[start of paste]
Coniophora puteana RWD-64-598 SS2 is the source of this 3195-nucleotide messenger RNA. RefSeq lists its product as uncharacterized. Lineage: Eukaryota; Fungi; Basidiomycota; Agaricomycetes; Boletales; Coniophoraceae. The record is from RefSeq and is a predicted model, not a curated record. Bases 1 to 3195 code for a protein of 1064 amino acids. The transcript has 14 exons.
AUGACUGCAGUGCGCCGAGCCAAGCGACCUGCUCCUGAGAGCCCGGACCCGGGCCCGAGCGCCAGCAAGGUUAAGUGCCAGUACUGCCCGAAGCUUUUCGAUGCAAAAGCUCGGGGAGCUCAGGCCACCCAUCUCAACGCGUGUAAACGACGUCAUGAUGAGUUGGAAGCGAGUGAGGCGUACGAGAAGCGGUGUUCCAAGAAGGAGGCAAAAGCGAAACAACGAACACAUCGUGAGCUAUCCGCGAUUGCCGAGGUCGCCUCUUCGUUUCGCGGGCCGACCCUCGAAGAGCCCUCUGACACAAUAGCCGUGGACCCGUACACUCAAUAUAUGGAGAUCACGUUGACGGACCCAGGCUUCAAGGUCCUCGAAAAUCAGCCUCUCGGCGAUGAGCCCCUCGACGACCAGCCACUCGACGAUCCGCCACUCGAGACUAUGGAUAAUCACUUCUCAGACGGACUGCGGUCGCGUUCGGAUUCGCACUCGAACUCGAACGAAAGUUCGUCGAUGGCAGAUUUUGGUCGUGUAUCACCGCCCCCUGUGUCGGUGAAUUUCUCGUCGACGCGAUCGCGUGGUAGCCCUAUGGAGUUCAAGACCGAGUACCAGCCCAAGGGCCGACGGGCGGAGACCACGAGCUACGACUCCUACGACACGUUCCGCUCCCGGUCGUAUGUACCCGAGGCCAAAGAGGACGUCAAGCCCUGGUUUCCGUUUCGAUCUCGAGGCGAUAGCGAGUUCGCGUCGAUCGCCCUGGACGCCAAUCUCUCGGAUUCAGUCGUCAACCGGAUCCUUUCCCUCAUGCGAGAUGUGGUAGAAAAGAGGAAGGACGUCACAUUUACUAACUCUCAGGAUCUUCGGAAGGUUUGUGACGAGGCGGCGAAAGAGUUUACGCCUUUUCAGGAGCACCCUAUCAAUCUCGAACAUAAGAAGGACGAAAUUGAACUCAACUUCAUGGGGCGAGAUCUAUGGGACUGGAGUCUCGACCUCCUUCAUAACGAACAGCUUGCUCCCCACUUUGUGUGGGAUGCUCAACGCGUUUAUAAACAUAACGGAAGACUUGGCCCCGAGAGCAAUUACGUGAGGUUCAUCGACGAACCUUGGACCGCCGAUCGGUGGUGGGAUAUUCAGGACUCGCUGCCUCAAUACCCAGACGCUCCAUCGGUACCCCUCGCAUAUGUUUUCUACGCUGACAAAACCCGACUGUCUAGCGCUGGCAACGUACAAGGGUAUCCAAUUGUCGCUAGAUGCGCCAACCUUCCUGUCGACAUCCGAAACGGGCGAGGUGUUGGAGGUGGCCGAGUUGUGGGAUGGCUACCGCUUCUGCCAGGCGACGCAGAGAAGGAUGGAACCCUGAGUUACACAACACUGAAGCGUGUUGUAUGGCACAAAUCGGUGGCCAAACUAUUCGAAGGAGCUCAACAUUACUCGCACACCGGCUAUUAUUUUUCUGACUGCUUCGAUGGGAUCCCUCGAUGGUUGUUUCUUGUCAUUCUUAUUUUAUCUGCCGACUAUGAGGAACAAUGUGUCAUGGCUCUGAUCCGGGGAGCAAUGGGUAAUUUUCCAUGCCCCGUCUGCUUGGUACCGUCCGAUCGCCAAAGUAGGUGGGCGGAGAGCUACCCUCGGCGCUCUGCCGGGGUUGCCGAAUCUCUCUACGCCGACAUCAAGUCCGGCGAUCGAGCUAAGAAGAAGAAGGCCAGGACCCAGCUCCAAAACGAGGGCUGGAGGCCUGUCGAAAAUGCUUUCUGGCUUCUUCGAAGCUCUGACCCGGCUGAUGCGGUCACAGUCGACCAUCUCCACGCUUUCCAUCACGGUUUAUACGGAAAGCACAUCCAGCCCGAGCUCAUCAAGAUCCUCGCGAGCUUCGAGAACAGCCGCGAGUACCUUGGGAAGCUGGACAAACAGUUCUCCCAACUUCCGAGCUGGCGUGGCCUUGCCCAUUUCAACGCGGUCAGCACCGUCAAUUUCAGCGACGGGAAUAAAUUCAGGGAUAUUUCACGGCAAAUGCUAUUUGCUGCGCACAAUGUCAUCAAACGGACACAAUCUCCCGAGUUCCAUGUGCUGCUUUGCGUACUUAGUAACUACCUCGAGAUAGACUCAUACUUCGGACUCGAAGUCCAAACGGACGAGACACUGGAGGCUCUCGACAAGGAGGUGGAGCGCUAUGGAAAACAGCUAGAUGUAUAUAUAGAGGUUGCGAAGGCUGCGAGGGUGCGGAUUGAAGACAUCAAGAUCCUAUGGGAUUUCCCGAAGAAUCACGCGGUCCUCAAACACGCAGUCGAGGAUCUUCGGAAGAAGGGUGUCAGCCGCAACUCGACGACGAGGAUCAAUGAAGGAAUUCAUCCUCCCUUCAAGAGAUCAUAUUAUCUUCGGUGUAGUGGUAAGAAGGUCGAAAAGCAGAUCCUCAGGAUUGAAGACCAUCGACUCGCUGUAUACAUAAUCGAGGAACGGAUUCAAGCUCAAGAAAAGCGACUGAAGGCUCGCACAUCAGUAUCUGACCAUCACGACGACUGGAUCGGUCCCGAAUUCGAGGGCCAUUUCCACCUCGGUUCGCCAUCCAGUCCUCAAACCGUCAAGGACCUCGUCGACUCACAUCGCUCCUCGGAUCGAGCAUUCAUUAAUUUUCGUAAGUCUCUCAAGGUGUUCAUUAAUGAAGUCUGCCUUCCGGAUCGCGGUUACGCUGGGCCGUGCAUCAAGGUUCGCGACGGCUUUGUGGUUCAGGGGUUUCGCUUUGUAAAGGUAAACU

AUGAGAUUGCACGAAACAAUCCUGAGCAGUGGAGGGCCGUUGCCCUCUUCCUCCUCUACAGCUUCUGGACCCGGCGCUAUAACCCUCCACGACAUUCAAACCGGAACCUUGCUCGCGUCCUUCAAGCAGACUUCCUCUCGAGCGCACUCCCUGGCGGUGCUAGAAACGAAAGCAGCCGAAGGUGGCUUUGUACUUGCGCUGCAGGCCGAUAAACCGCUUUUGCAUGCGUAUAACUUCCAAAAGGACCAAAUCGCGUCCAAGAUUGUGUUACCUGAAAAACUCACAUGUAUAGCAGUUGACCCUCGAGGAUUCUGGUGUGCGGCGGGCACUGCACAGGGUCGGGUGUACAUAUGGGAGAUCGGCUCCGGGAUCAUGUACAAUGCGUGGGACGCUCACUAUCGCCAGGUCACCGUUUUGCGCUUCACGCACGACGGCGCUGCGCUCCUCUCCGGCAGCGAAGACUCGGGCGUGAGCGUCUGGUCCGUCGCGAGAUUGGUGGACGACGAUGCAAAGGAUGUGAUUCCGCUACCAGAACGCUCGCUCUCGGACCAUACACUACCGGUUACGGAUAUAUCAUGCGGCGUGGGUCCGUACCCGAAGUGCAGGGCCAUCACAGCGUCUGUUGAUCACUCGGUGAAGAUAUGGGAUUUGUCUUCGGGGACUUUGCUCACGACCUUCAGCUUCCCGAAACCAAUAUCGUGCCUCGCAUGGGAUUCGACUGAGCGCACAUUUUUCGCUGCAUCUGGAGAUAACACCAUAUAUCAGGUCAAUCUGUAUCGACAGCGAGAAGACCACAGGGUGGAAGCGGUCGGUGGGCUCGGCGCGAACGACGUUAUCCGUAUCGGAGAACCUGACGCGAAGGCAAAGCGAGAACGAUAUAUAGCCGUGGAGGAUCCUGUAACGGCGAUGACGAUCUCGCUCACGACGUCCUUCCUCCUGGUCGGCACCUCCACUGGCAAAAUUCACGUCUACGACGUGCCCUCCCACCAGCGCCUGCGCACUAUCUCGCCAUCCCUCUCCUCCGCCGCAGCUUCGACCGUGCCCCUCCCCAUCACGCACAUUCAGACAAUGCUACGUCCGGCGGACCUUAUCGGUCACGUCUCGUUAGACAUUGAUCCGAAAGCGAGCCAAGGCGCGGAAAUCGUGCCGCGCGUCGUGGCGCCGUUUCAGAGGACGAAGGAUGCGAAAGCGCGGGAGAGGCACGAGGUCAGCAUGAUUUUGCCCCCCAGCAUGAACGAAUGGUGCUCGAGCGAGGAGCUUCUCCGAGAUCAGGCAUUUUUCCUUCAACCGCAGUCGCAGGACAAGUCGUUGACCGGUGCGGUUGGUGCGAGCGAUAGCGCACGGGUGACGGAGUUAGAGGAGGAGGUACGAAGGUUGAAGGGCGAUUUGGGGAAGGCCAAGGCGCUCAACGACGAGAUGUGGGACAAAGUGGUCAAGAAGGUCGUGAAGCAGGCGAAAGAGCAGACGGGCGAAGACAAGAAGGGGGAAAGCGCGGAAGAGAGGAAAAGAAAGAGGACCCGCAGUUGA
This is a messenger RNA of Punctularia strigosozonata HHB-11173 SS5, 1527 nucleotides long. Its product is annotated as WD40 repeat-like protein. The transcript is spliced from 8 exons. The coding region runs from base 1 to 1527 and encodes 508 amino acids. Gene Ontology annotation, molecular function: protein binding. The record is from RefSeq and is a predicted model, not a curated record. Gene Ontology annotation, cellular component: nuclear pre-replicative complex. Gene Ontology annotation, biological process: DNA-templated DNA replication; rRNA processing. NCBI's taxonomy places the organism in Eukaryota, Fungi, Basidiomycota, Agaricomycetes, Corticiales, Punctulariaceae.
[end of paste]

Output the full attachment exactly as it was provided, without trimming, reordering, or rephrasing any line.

Coniophora puteana RWD-64-598 SS2 is the source of this 3195-nucleotide messenger RNA. RefSeq lists its product as uncharacterized. Lineage: Eukaryota; Fungi; Basidiomycota; Agaricomycetes; Boletales; Coniophoraceae. The record is from RefSeq and is a predicted model, not a curated record. Bases 1 to 3195 code for a protein of 1064 amino acids. The transcript has 14 exons.
AUGACUGCAGUGCGCCGAGCCAAGCGACCUGCUCCUGAGAGCCCGGACCCGGGCCCGAGCGCCAGCAAGGUUAAGUGCCAGUACUGCCCGAAGCUUUUCGAUGCAAAAGCUCGGGGAGCUCAGGCCACCCAUCUCAACGCGUGUAAACGACGUCAUGAUGAGUUGGAAGCGAGUGAGGCGUACGAGAAGCGGUGUUCCAAGAAGGAGGCAAAAGCGAAACAACGAACACAUCGUGAGCUAUCCGCGAUUGCCGAGGUCGCCUCUUCGUUUCGCGGGCCGACCCUCGAAGAGCCCUCUGACACAAUAGCCGUGGACCCGUACACUCAAUAUAUGGAGAUCACGUUGACGGACCCAGGCUUCAAGGUCCUCGAAAAUCAGCCUCUCGGCGAUGAGCCCCUCGACGACCAGCCACUCGACGAUCCGCCACUCGAGACUAUGGAUAAUCACUUCUCAGACGGACUGCGGUCGCGUUCGGAUUCGCACUCGAACUCGAACGAAAGUUCGUCGAUGGCAGAUUUUGGUCGUGUAUCACCGCCCCCUGUGUCGGUGAAUUUCUCGUCGACGCGAUCGCGUGGUAGCCCUAUGGAGUUCAAGACCGAGUACCAGCCCAAGGGCCGACGGGCGGAGACCACGAGCUACGACUCCUACGACACGUUCCGCUCCCGGUCGUAUGUACCCGAGGCCAAAGAGGACGUCAAGCCCUGGUUUCCGUUUCGAUCUCGAGGCGAUAGCGAGUUCGCGUCGAUCGCCCUGGACGCCAAUCUCUCGGAUUCAGUCGUCAACCGGAUCCUUUCCCUCAUGCGAGAUGUGGUAGAAAAGAGGAAGGACGUCACAUUUACUAACUCUCAGGAUCUUCGGAAGGUUUGUGACGAGGCGGCGAAAGAGUUUACGCCUUUUCAGGAGCACCCUAUCAAUCUCGAACAUAAGAAGGACGAAAUUGAACUCAACUUCAUGGGGCGAGAUCUAUGGGACUGGAGUCUCGACCUCCUUCAUAACGAACAGCUUGCUCCCCACUUUGUGUGGGAUGCUCAACGCGUUUAUAAACAUAACGGAAGACUUGGCCCCGAGAGCAAUUACGUGAGGUUCAUCGACGAACCUUGGACCGCCGAUCGGUGGUGGGAUAUUCAGGACUCGCUGCCUCAAUACCCAGACGCUCCAUCGGUACCCCUCGCAUAUGUUUUCUACGCUGACAAAACCCGACUGUCUAGCGCUGGCAACGUACAAGGGUAUCCAAUUGUCGCUAGAUGCGCCAACCUUCCUGUCGACAUCCGAAACGGGCGAGGUGUUGGAGGUGGCCGAGUUGUGGGAUGGCUACCGCUUCUGCCAGGCGACGCAGAGAAGGAUGGAACCCUGAGUUACACAACACUGAAGCGUGUUGUAUGGCACAAAUCGGUGGCCAAACUAUUCGAAGGAGCUCAACAUUACUCGCACACCGGCUAUUAUUUUUCUGACUGCUUCGAUGGGAUCCCUCGAUGGUUGUUUCUUGUCAUUCUUAUUUUAUCUGCCGACUAUGAGGAACAAUGUGUCAUGGCUCUGAUCCGGGGAGCAAUGGGUAAUUUUCCAUGCCCCGUCUGCUUGGUACCGUCCGAUCGCCAAAGUAGGUGGGCGGAGAGCUACCCUCGGCGCUCUGCCGGGGUUGCCGAAUCUCUCUACGCCGACAUCAAGUCCGGCGAUCGAGCUAAGAAGAAGAAGGCCAGGACCCAGCUCCAAAACGAGGGCUGGAGGCCUGUCGAAAAUGCUUUCUGGCUUCUUCGAAGCUCUGACCCGGCUGAUGCGGUCACAGUCGACCAUCUCCACGCUUUCCAUCACGGUUUAUACGGAAAGCACAUCCAGCCCGAGCUCAUCAAGAUCCUCGCGAGCUUCGAGAACAGCCGCGAGUACCUUGGGAAGCUGGACAAACAGUUCUCCCAACUUCCGAGCUGGCGUGGCCUUGCCCAUUUCAACGCGGUCAGCACCGUCAAUUUCAGCGACGGGAAUAAAUUCAGGGAUAUUUCACGGCAAAUGCUAUUUGCUGCGCACAAUGUCAUCAAACGGACACAAUCUCCCGAGUUCCAUGUGCUGCUUUGCGUACUUAGUAACUACCUCGAGAUAGACUCAUACUUCGGACUCGAAGUCCAAACGGACGAGACACUGGAGGCUCUCGACAAGGAGGUGGAGCGCUAUGGAAAACAGCUAGAUGUAUAUAUAGAGGUUGCGAAGGCUGCGAGGGUGCGGAUUGAAGACAUCAAGAUCCUAUGGGAUUUCCCGAAGAAUCACGCGGUCCUCAAACACGCAGUCGAGGAUCUUCGGAAGAAGGGUGUCAGCCGCAACUCGACGACGAGGAUCAAUGAAGGAAUUCAUCCUCCCUUCAAGAGAUCAUAUUAUCUUCGGUGUAGUGGUAAGAAGGUCGAAAAGCAGAUCCUCAGGAUUGAAGACCAUCGACUCGCUGUAUACAUAAUCGAGGAACGGAUUCAAGCUCAAGAAAAGCGACUGAAGGCUCGCACAUCAGUAUCUGACCAUCACGACGACUGGAUCGGUCCCGAAUUCGAGGGCCAUUUCCACCUCGGUUCGCCAUCCAGUCCUCAAACCGUCAAGGACCUCGUCGACUCACAUCGCUCCUCGGAUCGAGCAUUCAUUAAUUUUCGUAAGUCUCUCAAGGUGUUCAUUAAUGAAGUCUGCCUUCCGGAUCGCGGUUACGCUGGGCCGUGCAUCAAGGUUCGCGACGGCUUUGUGGUUCAGGGGUUUCGCUUUGUAAAGGUAAACU

AUGAGAUUGCACGAAACAAUCCUGAGCAGUGGAGGGCCGUUGCCCUCUUCCUCCUCUACAGCUUCUGGACCCGGCGCUAUAACCCUCCACGACAUUCAAACCGGAACCUUGCUCGCGUCCUUCAAGCAGACUUCCUCUCGAGCGCACUCCCUGGCGGUGCUAGAAACGAAAGCAGCCGAAGGUGGCUUUGUACUUGCGCUGCAGGCCGAUAAACCGCUUUUGCAUGCGUAUAACUUCCAAAAGGACCAAAUCGCGUCCAAGAUUGUGUUACCUGAAAAACUCACAUGUAUAGCAGUUGACCCUCGAGGAUUCUGGUGUGCGGCGGGCACUGCACAGGGUCGGGUGUACAUAUGGGAGAUCGGCUCCGGGAUCAUGUACAAUGCGUGGGACGCUCACUAUCGCCAGGUCACCGUUUUGCGCUUCACGCACGACGGCGCUGCGCUCCUCUCCGGCAGCGAAGACUCGGGCGUGAGCGUCUGGUCCGUCGCGAGAUUGGUGGACGACGAUGCAAAGGAUGUGAUUCCGCUACCAGAACGCUCGCUCUCGGACCAUACACUACCGGUUACGGAUAUAUCAUGCGGCGUGGGUCCGUACCCGAAGUGCAGGGCCAUCACAGCGUCUGUUGAUCACUCGGUGAAGAUAUGGGAUUUGUCUUCGGGGACUUUGCUCACGACCUUCAGCUUCCCGAAACCAAUAUCGUGCCUCGCAUGGGAUUCGACUGAGCGCACAUUUUUCGCUGCAUCUGGAGAUAACACCAUAUAUCAGGUCAAUCUGUAUCGACAGCGAGAAGACCACAGGGUGGAAGCGGUCGGUGGGCUCGGCGCGAACGACGUUAUCCGUAUCGGAGAACCUGACGCGAAGGCAAAGCGAGAACGAUAUAUAGCCGUGGAGGAUCCUGUAACGGCGAUGACGAUCUCGCUCACGACGUCCUUCCUCCUGGUCGGCACCUCCACUGGCAAAAUUCACGUCUACGACGUGCCCUCCCACCAGCGCCUGCGCACUAUCUCGCCAUCCCUCUCCUCCGCCGCAGCUUCGACCGUGCCCCUCCCCAUCACGCACAUUCAGACAAUGCUACGUCCGGCGGACCUUAUCGGUCACGUCUCGUUAGACAUUGAUCCGAAAGCGAGCCAAGGCGCGGAAAUCGUGCCGCGCGUCGUGGCGCCGUUUCAGAGGACGAAGGAUGCGAAAGCGCGGGAGAGGCACGAGGUCAGCAUGAUUUUGCCCCCCAGCAUGAACGAAUGGUGCUCGAGCGAGGAGCUUCUCCGAGAUCAGGCAUUUUUCCUUCAACCGCAGUCGCAGGACAAGUCGUUGACCGGUGCGGUUGGUGCGAGCGAUAGCGCACGGGUGACGGAGUUAGAGGAGGAGGUACGAAGGUUGAAGGGCGAUUUGGGGAAGGCCAAGGCGCUCAACGACGAGAUGUGGGACAAAGUGGUCAAGAAGGUCGUGAAGCAGGCGAAAGAGCAGACGGGCGAAGACAAGAAGGGGGAAAGCGCGGAAGAGAGGAAAAGAAAGAGGACCCGCAGUUGA
This is a messenger RNA of Punctularia strigosozonata HHB-11173 SS5, 1527 nucleotides long. Its product is annotated as WD40 repeat-like protein. The transcript is spliced from 8 exons. The coding region runs from base 1 to 1527 and encodes 508 amino acids. Gene Ontology annotation, molecular function: protein binding. The record is from RefSeq and is a predicted model, not a curated record. Gene Ontology annotation, cellular component: nuclear pre-replicative complex. Gene Ontology annotation, biological process: DNA-templated DNA replication; rRNA processing. NCBI's taxonomy places the organism in Eukaryota, Fungi, Basidiomycota, Agaricomycetes, Corticiales, Punctulariaceae.